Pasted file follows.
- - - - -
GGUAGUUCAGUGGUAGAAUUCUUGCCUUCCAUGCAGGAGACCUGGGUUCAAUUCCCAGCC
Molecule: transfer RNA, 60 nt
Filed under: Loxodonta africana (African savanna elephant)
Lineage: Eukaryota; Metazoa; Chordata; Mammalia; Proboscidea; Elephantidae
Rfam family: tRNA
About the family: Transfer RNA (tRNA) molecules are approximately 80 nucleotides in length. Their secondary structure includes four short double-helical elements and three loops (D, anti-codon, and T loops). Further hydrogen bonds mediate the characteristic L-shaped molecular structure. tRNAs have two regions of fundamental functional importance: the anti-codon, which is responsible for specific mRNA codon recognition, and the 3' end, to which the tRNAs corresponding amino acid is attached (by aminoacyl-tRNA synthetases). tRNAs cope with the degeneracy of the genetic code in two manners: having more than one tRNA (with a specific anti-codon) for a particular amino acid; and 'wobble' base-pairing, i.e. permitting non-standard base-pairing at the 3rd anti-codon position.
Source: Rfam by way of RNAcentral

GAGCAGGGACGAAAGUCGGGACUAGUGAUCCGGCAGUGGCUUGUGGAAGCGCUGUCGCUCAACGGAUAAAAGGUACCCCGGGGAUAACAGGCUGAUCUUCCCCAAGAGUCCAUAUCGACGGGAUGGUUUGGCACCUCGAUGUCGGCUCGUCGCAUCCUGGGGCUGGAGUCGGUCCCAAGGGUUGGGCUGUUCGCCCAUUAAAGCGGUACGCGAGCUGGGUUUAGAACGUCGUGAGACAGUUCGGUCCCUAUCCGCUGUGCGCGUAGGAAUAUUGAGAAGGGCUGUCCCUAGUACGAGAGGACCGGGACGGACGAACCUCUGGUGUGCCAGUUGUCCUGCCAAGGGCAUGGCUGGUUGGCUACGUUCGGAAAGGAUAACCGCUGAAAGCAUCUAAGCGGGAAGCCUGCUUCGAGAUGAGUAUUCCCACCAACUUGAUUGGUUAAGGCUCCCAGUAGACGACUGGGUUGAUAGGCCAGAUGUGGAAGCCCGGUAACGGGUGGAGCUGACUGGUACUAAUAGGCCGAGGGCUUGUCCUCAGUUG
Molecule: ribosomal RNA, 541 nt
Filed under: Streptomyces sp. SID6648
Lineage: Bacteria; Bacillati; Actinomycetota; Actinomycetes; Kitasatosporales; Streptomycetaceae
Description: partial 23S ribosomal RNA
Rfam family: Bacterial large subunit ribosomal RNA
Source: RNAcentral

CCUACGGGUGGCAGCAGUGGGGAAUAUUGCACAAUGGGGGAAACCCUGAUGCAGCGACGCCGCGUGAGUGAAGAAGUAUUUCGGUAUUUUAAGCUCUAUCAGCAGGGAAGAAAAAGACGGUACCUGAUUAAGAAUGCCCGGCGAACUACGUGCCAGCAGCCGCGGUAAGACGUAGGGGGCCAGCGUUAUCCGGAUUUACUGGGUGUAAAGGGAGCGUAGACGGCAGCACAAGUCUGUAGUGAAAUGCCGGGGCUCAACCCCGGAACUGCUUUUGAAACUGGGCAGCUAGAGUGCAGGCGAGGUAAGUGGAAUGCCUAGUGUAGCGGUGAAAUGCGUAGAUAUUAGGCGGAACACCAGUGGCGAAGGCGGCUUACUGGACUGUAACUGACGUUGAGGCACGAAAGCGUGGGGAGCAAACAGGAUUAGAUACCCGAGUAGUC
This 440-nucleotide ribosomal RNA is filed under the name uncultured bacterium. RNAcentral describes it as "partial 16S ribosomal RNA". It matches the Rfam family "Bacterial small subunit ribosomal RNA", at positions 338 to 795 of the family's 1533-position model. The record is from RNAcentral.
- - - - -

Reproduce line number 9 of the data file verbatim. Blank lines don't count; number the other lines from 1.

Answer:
Molecule: ribosomal RNA, 541 nt